Monday, December 24, 2012

Brandon Peters returns! Brandon Peters dissects the Dirty Harry franchise III: The Enforcer (1976).

The Enforcer
Director:  James Fargo
Starring:  Clint Eastwood, Tyne Daly, Harry Guardino, John Mitchum, DeVeren Bookwalter
Rated R

Dirty Harry falls prey to the curse of the third film in a franchise in The Enforcer.  Intended as the final chapter to the series, the film comes off cheap, amateur, outlandish and dated.  The film’s themes and plot’s believably may have sold better in 1976, but even then it had to have seemed a bit cartoonish and laughable.

Two fans of the first 2 films in the series took it upon themselves to write their own Dirty Harry film, Moving Target and by chance got it through to Clint Eastwood himself.  Eastwood thought it needed work, but took it to Warner Bros.  Warner had already begun work on a script for a third picture called Dirty Harry and More.  The villain plot of Moving Target was combined with the female partner angle of More and thus the film with the working title Dirty Harry III (later renamed The Enforcer, as Eastwood wanted each film to have a standalone name) was put into production.

The female cop angle of the story could easily come across in the modern day as a tad insulting to where we stand in today’s society.  However, you must keep in mind that this was a big move for its day and while it may look different in today’s light was a ‘step in the right direction’ for females in certain roles in cinema.  To add, actress Tyne Daly oversaw and had input on rewrites for the character because she wanted it to come off as correct as possible.  The film also scored mostly positive reviews from female critics.  And while some may take offense to Harry’s bigotry toward a woman in the police force, we’ve been with him for three films now, this shouldn’t come as a surprise.  I actually find his bigotry to be kind of amusing at times as I do the same sort of “wow”ing things that Mad Men offers.

Clint Eastwood second unit director (and later the director of Every Which Way But Loose), James Fargo makes his directorial debut on The Enforcer.  Eastwood was originally slated to direct, but due to The Outlaw Josey Wales going over on its production dates, Eastwood could not be involved in preproduction.  James Fargo was brought in as a director who would be a yes man to Eastwood after things went way south with Eastwood and Ted Post on Magnum Force.

It comes as no surprise when I read that Fargo went on to direct a lot of television in the 80s (including The A-Team, Hunter and The Scarecrow and Mrs. King).  The film reeks of this.  The aesthetic is that of a 70s or 80s television show.  From the acting, the actors, the sets, the props to the costuming (I swear one of the People’s Revolutionary Strike Force members and the thug holding the liquor stores up at the beginning had the EXACT same outfit).  The photography and choreography of everything is very pedestrian.  It’s a very lazy looking film.  And when you have a film that is basically 70s/80s a Dirty Harry the television procedural episode and it runs at a little over an hour and a half things get very boring.  I swear I’ve seen these locations they shot at on shows like The Incredible Hulk, Wonder Woman, Knight Rider, etc.  Just incredibly generic.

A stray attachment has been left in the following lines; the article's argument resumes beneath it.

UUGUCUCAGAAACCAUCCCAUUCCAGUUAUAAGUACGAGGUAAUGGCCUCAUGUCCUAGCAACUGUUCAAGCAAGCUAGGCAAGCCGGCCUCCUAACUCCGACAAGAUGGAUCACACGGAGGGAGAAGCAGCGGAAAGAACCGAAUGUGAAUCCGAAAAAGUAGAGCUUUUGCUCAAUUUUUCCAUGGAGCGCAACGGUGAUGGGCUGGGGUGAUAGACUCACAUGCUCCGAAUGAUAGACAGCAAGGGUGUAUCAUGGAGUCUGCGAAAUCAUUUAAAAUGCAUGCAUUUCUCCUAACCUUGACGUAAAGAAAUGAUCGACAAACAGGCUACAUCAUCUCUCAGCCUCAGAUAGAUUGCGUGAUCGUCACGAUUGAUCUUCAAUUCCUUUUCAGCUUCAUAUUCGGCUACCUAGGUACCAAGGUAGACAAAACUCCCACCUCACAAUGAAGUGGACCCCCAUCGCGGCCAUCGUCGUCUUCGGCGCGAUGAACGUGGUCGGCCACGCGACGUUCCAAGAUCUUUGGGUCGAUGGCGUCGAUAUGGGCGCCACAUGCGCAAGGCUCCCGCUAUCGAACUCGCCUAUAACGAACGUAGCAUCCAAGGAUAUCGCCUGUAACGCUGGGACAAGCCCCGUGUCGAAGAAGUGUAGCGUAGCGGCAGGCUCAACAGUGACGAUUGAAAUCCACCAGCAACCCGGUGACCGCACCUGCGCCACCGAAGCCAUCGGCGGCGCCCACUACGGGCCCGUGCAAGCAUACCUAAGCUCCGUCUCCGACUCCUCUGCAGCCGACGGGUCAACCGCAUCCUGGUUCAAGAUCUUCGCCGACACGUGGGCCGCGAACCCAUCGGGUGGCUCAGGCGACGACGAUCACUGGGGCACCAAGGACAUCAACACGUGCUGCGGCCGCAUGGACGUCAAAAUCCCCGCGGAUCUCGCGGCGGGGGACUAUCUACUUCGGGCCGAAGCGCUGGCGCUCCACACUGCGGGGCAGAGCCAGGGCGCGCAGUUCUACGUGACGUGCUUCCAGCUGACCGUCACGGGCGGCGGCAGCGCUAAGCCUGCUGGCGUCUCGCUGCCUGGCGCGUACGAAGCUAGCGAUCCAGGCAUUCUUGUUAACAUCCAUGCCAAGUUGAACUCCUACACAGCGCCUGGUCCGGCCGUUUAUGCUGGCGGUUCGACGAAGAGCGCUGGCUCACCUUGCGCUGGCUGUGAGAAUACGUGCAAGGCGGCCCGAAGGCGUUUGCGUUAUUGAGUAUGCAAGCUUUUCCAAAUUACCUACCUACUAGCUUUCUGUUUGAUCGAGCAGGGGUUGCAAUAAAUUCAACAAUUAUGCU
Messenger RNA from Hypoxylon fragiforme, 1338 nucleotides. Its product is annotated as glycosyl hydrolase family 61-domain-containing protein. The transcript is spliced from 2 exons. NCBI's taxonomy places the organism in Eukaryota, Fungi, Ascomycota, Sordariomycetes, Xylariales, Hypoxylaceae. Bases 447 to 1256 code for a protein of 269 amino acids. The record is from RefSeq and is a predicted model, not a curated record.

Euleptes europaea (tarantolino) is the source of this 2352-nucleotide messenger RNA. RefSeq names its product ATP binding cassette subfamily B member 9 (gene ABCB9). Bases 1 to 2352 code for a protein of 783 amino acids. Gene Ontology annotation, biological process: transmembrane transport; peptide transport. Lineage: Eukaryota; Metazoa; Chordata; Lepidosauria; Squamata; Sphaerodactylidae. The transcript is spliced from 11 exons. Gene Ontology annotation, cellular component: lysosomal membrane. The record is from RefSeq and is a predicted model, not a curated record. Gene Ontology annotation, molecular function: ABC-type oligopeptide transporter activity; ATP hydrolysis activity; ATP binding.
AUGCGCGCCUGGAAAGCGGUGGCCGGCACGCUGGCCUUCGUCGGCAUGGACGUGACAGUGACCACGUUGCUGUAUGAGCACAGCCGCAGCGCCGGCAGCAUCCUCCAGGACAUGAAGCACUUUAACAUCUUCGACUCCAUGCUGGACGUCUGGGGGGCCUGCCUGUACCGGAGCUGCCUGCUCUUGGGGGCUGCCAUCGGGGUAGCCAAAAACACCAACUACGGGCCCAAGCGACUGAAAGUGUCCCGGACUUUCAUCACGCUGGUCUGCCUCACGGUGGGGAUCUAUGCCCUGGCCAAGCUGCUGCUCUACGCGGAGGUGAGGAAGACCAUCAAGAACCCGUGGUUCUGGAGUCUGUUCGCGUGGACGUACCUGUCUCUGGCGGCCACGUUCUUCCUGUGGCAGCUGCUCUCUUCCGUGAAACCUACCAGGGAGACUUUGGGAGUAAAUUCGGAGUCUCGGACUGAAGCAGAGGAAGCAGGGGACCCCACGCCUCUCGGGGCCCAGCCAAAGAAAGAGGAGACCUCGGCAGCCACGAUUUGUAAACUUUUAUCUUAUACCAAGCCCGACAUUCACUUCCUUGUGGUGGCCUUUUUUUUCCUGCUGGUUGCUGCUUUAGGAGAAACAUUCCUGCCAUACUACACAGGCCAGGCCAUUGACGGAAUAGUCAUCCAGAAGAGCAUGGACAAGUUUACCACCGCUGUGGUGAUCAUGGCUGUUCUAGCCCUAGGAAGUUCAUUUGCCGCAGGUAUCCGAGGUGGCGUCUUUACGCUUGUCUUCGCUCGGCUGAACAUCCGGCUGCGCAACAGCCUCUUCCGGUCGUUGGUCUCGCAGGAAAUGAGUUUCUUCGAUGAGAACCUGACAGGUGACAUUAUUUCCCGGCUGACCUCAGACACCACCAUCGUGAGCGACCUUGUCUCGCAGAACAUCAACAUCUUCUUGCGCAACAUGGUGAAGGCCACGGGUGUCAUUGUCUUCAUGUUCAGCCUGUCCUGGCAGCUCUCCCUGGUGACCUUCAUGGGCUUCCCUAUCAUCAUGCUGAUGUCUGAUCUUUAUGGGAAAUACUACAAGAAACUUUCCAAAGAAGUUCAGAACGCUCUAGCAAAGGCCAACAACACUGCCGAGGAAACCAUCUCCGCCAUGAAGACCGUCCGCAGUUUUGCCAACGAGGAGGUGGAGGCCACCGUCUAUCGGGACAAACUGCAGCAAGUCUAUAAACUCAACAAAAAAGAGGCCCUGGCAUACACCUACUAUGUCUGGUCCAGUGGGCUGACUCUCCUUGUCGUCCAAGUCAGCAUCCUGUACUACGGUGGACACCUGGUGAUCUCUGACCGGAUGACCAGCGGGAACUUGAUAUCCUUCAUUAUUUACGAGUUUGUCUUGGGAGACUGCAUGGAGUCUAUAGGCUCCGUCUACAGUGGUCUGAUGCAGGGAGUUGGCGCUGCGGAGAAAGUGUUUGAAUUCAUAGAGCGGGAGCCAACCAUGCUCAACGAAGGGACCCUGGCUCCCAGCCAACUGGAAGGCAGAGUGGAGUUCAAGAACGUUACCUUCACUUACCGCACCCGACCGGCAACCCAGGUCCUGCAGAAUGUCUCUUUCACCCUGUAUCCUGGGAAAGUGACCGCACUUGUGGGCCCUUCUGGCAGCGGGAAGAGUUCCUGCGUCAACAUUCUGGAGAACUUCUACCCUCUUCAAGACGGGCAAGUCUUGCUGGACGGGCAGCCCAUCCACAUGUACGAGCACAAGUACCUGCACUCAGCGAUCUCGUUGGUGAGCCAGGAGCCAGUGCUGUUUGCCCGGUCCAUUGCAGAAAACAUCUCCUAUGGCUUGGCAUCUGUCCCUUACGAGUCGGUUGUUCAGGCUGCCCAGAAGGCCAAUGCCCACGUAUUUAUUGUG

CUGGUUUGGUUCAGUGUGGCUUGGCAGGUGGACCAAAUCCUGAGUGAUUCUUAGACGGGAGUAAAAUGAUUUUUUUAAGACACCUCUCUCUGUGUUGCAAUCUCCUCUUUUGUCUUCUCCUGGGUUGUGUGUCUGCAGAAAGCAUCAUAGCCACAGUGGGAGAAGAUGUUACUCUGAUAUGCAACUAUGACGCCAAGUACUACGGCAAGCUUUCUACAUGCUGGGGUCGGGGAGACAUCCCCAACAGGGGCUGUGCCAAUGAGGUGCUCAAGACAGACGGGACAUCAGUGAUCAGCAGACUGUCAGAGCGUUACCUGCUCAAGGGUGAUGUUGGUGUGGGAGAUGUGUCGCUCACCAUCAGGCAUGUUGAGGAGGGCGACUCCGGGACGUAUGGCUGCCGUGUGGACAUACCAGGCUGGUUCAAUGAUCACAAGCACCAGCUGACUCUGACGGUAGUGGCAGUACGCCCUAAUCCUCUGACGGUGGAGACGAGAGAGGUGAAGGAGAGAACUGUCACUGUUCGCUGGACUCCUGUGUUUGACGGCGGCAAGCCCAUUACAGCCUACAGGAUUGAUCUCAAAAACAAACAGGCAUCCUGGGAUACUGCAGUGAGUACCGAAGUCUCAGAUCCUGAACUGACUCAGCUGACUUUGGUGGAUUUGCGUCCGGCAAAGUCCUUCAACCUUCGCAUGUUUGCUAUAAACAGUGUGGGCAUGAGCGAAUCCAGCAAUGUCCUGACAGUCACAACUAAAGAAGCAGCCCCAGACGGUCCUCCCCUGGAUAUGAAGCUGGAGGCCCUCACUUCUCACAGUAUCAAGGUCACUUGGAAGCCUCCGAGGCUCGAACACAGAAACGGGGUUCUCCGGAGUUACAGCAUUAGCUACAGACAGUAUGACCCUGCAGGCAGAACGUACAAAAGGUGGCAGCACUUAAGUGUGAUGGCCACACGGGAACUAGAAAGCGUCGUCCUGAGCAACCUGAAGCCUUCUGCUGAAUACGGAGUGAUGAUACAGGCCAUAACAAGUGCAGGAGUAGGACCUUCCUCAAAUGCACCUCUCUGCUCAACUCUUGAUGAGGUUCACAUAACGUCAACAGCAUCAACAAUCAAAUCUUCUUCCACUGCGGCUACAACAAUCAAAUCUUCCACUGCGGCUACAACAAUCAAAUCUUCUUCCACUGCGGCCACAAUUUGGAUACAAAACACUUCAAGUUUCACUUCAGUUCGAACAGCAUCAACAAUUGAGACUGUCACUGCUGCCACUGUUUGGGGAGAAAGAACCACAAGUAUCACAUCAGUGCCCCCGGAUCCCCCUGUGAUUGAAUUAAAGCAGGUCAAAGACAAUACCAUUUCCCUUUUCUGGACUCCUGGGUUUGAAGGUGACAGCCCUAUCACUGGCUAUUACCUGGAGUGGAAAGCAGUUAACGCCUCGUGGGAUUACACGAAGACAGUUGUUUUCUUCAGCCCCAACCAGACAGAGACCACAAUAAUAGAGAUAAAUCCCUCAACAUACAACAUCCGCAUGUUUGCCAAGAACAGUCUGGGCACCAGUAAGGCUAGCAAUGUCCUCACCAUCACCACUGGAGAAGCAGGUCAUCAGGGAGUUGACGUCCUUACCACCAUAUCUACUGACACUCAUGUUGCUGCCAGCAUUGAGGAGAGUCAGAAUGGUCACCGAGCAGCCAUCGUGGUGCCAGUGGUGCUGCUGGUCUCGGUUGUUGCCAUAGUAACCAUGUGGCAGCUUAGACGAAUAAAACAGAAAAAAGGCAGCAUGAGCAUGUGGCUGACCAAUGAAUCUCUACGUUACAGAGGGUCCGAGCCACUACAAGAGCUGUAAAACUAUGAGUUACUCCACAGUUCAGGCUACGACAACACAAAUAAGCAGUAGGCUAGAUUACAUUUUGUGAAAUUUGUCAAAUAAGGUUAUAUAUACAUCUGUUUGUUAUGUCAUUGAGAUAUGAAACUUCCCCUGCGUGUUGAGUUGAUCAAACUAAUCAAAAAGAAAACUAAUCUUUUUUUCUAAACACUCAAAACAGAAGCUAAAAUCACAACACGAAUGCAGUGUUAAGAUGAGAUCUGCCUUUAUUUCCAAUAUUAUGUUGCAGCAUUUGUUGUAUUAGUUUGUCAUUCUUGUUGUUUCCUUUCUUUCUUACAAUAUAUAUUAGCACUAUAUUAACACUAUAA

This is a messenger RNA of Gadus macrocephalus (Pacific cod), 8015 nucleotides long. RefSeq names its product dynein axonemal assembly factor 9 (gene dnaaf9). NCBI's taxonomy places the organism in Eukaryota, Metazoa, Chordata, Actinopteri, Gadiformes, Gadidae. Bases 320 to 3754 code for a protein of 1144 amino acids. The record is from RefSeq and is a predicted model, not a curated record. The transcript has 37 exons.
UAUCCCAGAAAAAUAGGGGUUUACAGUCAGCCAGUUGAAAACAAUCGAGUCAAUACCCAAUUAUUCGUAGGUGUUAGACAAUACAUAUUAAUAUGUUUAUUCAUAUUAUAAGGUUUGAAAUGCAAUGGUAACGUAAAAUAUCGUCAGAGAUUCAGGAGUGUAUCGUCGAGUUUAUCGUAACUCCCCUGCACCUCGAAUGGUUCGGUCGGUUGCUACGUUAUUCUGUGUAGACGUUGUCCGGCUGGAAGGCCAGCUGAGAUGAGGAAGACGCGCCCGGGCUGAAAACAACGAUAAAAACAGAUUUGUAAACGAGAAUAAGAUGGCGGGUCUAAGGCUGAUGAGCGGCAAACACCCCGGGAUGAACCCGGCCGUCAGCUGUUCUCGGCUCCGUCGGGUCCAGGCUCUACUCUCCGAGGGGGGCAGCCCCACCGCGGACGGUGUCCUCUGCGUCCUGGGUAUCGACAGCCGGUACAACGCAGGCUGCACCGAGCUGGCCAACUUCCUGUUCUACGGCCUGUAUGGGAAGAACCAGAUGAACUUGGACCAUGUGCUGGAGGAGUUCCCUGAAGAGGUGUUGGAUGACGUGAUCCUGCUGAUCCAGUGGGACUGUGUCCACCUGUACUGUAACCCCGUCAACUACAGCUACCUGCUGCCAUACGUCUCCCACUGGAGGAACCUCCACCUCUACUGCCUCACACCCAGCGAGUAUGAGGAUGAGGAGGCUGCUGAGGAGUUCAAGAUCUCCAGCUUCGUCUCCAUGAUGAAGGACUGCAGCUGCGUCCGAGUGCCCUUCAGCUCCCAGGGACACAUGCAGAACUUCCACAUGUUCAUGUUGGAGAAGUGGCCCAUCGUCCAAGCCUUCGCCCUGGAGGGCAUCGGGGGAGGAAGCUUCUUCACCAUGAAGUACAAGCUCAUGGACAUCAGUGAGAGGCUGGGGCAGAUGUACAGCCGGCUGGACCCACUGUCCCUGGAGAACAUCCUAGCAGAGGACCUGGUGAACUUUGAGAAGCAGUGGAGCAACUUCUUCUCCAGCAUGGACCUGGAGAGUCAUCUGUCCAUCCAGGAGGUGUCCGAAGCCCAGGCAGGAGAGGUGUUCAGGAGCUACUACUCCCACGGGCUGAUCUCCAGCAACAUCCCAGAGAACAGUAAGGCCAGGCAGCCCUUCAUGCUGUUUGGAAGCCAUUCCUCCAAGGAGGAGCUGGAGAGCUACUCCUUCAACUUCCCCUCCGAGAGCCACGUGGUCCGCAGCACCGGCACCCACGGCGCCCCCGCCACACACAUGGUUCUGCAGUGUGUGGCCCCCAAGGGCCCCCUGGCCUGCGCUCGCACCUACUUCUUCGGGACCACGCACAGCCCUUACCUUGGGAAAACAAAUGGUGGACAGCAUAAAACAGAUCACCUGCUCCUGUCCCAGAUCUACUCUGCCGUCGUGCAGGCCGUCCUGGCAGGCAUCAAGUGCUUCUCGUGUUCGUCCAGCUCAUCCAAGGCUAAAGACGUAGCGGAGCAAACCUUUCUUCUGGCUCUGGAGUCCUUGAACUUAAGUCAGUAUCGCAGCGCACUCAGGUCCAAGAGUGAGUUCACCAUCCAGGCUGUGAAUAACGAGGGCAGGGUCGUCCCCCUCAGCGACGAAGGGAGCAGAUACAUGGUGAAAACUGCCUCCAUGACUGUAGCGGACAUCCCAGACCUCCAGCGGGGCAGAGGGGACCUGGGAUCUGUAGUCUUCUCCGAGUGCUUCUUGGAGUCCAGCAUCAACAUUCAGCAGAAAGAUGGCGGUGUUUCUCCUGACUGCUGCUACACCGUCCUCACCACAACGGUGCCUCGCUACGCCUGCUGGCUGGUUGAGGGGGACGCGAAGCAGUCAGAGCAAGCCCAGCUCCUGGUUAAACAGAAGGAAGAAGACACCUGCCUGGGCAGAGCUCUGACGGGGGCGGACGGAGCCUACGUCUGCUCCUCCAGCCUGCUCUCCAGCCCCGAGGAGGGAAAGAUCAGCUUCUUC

The villains in this film kidnap the mayor and somehow take over Alcatraz holding him hostage.  This group of five or six never looks, nor feels threatening at all.  It’s almost a joke.  They almost look like they walked off the set of a Friday the 13th sequel.  They’re supposed to be dirty hippies, yet their outfits look freshly pressed and their faces are nicely cleansed and made up.  It’s a pit pathetic.  We’re not given much insight to them other than they are evil.  According to the story of making this film, Eastwood thought the script had far too much character development and was chopping it down in favor of more action.  If this was his goal, he didn’t do it enough.

Another group in this film posing as a possibly threat is obviously based off the Black Panthers.  They are lead by famed blaxploitation icon Fred Williamson, whom we’ve seen in the first two films as different characters (The “Do ya, punk” guy from Dirty Harry and the pimp from Magnum Force).  Unlike when James Bond went to Harlem, these characters don’t feel as rich or in the spirit of things as Live and Let Die.  It’s a little bit cringe worthy.

It's worth mentioning that our one recurring character in this series besides Harry, Frank DiGiorgio, is killed off in this chapter.  Frank was Harry’s replacement partner in the first film and met up with Harry after a stakeout in Magnum Force.  This kind of raise the stakes death may have seemed bigger had the scene not been so comically acted and blocked.  Also notable is that Tyne Daly’s Kate Moore is killed protecting Harry at the film’s climax.  So if you’re keeping track of Harry’s partners…

Chico Gonzalez (Dirty Harry) – Wounded, retired
Frank DiGiorgio (Dirty Harry, Magnum Force, Enforcer) – Deceased
Earlington “Early” Smith (Magnum Force) - Deceased
Kate Moore (Enforcer) – Deceased

He’s living up to his reputation when it comes to partners as you can see.

This whole film feels like a giant buildup to an action sequence in Alcatraz.  It doesn’t make sense why the villains go there; it has no purpose in the story.  I feel Eastwood just thought it would be cool to do.  So cool, 3 years later he’d do a full movie called Escape from Alcatraz.

The Enforcer has some strong ideas for its time, buts executed in a rather dull and cheap fashion.  It’s pretty boring throughout and never feels engaging at all.  Dirty Harry delivers some fun lines and learns a little as a character, but there’s really nothing to see here.  It’s just not worth your time unless you’re a completest.


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